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IT

Activists Call For General Strike On the Tor Network (vice.com) 127

Reader derekmead writes: Some Tor users are very unhappy with the way the project has been run in recent months, and are calling for a blackout on September 1st. They are asking users to not use Tor, for developers to stop working on Tor, and for those who run parts of the network's infrastructure to shut it down. The disgruntled users feel that Tor can no longer be fully trusted after a brief hiring of an ex-CIA official and the internal sexual misconduct investigation against activist Jacob Appelbaum.
Security

Google Groups Used To Control Botnets 63

oDDmON oUT writes "'Maintaining a reliable command and control (C&C) structure is a priority for back door Trojan writers. ... Symantec has observed an interesting variation on this concept in the wild. A back door Trojan that we are calling Trojan.Grups has been using the Google Groups newsgroups to distribute commands,' writes Symantec employee Gavin O Gorman. He goes on to state that 'the Trojan itself is quite simple. It is distributed as a DLL,' and while the decrypted commands indicate it is used 'for reconnaissance and targeted attacks,' he does go on record as saying, 'It's worth noting that Google Groups is not at fault here; rather, it is a neutral party. The authors of this threat have chosen Google Groups simply for its bevy of features and versatility.'"
Music

Submission + - Danger Mouse Releases Album as Blank CD-R

blitzkrieg3 writes: The DJ's much anticipated album, "Dark Night of the Soul", may never see the light of day, do to a dispute with EMI It is a colaboration between artists Danger Mouse, Sparkle Horse, and David Lynch, among others. In an effort to promote the record, Danger Mouse is set to release the book of photos by David Lynch, along with a blank CD-R, presumably with the cover art. From the article:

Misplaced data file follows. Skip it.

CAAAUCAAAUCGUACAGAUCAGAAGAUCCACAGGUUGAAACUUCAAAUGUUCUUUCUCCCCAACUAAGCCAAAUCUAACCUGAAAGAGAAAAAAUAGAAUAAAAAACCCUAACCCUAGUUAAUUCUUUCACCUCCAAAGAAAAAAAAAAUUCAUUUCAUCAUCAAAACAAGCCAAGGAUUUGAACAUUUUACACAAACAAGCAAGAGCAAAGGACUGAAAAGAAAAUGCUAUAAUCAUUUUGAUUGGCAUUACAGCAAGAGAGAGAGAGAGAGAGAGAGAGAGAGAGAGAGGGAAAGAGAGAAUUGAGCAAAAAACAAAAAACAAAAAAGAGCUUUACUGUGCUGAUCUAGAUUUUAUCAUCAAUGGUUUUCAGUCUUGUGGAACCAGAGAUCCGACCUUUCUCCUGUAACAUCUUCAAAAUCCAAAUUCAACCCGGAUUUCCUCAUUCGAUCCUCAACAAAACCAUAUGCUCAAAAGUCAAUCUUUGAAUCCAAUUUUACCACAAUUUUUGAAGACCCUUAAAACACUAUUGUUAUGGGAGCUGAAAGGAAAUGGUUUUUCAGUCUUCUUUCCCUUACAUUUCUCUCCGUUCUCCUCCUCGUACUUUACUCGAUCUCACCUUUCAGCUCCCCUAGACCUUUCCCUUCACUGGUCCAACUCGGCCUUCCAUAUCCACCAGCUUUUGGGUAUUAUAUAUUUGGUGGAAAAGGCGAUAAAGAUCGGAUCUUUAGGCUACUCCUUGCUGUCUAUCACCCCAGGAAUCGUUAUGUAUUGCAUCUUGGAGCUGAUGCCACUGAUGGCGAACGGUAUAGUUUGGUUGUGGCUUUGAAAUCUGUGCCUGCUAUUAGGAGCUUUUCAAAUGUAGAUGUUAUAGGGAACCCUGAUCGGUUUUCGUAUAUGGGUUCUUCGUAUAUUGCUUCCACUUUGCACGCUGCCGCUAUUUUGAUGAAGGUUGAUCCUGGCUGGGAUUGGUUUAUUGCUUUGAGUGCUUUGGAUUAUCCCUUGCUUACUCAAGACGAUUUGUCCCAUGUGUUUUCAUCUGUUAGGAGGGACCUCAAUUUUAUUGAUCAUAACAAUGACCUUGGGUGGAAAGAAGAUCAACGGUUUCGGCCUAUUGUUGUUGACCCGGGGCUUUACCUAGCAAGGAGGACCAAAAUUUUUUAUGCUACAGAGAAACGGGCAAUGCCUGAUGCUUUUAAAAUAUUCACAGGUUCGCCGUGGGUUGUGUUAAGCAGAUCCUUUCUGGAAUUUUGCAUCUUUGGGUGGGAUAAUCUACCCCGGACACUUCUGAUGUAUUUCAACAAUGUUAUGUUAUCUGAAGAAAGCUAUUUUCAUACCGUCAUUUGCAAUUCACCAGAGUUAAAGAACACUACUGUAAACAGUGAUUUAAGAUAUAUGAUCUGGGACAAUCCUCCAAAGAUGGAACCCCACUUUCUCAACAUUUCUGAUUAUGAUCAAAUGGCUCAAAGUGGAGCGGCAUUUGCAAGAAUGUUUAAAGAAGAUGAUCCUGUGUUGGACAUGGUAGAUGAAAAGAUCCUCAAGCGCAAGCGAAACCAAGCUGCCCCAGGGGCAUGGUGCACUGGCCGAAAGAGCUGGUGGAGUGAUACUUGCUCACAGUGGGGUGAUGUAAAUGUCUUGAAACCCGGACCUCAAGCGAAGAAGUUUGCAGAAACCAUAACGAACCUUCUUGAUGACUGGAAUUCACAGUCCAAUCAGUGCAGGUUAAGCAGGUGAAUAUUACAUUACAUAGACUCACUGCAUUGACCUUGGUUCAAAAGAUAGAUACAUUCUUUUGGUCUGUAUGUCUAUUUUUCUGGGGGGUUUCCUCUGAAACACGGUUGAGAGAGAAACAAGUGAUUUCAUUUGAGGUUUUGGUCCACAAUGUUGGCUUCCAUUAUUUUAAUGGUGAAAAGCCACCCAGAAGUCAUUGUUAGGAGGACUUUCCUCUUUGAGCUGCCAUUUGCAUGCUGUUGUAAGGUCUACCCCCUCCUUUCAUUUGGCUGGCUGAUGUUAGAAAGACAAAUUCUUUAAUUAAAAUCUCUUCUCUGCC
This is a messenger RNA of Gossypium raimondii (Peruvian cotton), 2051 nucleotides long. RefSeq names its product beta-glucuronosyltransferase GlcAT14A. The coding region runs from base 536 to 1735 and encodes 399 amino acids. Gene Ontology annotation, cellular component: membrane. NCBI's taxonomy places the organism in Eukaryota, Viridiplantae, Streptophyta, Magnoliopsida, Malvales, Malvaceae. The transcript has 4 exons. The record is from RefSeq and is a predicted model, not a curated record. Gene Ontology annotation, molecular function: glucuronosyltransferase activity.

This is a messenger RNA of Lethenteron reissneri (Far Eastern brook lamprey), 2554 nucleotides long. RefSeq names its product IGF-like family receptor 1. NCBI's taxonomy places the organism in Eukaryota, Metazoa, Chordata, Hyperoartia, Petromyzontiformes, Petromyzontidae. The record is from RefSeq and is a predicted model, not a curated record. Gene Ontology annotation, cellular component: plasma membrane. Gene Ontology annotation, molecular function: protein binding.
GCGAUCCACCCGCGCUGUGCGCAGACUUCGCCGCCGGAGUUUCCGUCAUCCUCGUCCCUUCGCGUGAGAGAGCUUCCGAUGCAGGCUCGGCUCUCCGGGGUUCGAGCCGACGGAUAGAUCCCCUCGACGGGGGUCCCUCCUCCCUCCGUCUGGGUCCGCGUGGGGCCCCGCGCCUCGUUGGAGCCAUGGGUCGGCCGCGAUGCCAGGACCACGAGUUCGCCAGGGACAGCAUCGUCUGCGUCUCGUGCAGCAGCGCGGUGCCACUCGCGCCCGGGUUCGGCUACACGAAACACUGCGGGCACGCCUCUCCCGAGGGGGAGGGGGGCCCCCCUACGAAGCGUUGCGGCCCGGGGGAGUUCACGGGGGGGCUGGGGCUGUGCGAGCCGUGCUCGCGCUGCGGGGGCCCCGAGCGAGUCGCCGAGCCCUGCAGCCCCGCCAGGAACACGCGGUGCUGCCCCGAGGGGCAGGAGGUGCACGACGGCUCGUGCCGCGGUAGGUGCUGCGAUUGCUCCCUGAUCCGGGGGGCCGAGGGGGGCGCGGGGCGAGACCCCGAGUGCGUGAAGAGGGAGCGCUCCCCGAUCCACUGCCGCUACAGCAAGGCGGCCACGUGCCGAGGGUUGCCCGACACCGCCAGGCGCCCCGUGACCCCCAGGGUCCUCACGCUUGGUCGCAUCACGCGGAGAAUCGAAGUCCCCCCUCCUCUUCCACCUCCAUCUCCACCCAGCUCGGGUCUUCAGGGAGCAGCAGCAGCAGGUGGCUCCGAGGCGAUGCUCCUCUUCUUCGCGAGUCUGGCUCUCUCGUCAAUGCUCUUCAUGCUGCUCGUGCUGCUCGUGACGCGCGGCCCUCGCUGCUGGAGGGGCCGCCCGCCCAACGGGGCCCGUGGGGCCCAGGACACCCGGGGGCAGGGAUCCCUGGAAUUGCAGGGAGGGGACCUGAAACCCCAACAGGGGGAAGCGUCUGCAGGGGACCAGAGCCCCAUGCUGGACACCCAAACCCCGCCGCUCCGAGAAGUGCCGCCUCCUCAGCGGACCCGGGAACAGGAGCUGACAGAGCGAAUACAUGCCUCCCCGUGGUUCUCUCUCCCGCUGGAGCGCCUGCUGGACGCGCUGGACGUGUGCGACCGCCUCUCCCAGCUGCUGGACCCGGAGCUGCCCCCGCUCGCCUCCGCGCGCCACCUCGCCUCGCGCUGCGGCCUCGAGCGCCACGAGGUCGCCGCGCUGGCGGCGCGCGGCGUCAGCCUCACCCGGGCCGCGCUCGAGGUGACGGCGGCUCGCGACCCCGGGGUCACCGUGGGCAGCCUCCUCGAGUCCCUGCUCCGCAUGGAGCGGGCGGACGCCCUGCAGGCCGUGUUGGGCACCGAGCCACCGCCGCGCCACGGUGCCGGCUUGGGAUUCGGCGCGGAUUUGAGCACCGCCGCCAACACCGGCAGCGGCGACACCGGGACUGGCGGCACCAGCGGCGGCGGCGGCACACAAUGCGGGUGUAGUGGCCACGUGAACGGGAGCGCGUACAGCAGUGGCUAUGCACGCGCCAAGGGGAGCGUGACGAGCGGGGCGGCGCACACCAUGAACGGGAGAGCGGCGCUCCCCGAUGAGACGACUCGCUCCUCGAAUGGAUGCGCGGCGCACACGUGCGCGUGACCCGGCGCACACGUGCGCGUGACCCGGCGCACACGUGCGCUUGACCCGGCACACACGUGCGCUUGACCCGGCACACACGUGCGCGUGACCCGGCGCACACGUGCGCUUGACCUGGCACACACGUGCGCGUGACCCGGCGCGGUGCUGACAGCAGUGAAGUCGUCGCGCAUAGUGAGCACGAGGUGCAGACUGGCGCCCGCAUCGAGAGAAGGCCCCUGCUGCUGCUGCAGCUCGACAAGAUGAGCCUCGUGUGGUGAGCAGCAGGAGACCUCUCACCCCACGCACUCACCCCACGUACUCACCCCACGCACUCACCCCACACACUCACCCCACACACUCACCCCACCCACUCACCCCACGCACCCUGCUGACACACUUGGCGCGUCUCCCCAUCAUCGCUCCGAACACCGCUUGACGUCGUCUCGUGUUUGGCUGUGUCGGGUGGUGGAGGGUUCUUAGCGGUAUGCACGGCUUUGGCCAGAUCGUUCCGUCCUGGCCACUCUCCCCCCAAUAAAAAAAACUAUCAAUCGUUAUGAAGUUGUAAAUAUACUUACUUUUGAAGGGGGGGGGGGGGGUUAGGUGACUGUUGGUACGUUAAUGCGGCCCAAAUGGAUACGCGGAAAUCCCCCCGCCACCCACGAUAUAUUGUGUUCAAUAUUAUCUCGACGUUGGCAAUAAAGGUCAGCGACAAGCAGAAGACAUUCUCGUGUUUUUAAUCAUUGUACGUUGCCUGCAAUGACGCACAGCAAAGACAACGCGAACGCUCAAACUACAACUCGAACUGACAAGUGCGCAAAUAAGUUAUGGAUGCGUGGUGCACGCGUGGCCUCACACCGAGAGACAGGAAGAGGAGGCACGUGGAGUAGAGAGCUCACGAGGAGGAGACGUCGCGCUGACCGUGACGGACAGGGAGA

An unnamed spokesperson for Danger Mouse says that "due to an ongoing dispute with EMI" the book of photographs will "now come with a blank, recordable CD-R. All copies will be clearly labeled: 'For legal reasons, enclosed CD-R contains no music. Use it as you will.'"

NPR Music is also streaming the entire record, completly for free. Danger Mouse has previously entered questionable legal teritory with The Grey Album, a mashup of Jay-Z's Black Album and The Beatles White Album. EMI also blocked the release of that album.

Handhelds

"See-Through" Touchscreen Solves Fat Finger Problem 170

Urchin sends along a New Scientist writeup on Microsoft Research's nanoTouch prototype, a way of operating a touch screen from the rear (video here). The prototype will be presented at the Computer and Human Interaction conference in Boston, Mass., in April 2009. Coming soon to a wristwatch or neck pendant near you. "Electronic devices have been shrinking for years, but you might be forgiven for thinking that one that's only a centimeter across would be just too difficult to operate. Microsoft Research's new nanoTouch device suggests otherwise. Touch-screens are difficult to control with any precision — the fingers get in the way of the tiny targets you're trying to hit. But putting the touch interface on the rear of the screen instead gives users more precision because they can still see the whole screen as they interact with it. Microsoft Research has produced a prototype device called nanoTouch with a rear-mounted touch interface. User tests show it lets users accurately and reliably hit targets just 2 millimeters across on a screen under a centimeter across."
Space

Molecular Basis for Life Found on Extrasolar Planet 89

DarkProphet writes "NASA scientists have discovered the first evidence of organic molecules on an extrasolar planet. Using the Hubble Space Telescope, they detected trace amounts of methane on a swirling gas giant about 63 light-years from our own planet. Being a gas giant, there's almost no chance this discovery represents extrasolar life. A unique find, just the same. 'HD 189733b, a so-called "hot Jupiter," located 63 light years away, has proven a boon for scientists studying exoplanets. Its large size and proximity to its star mean that it dims the star's light more than any other known exoplanet. Combine that with its home star's high brightness, and scientists find that the system creates the best viewing conditions of any known extrasolar system. At different wavelengths, every atom and molecule has its own telltale footprint, so scientists can convert what are known as absorption spectra into the chemical composition of the object they're looking at.'"

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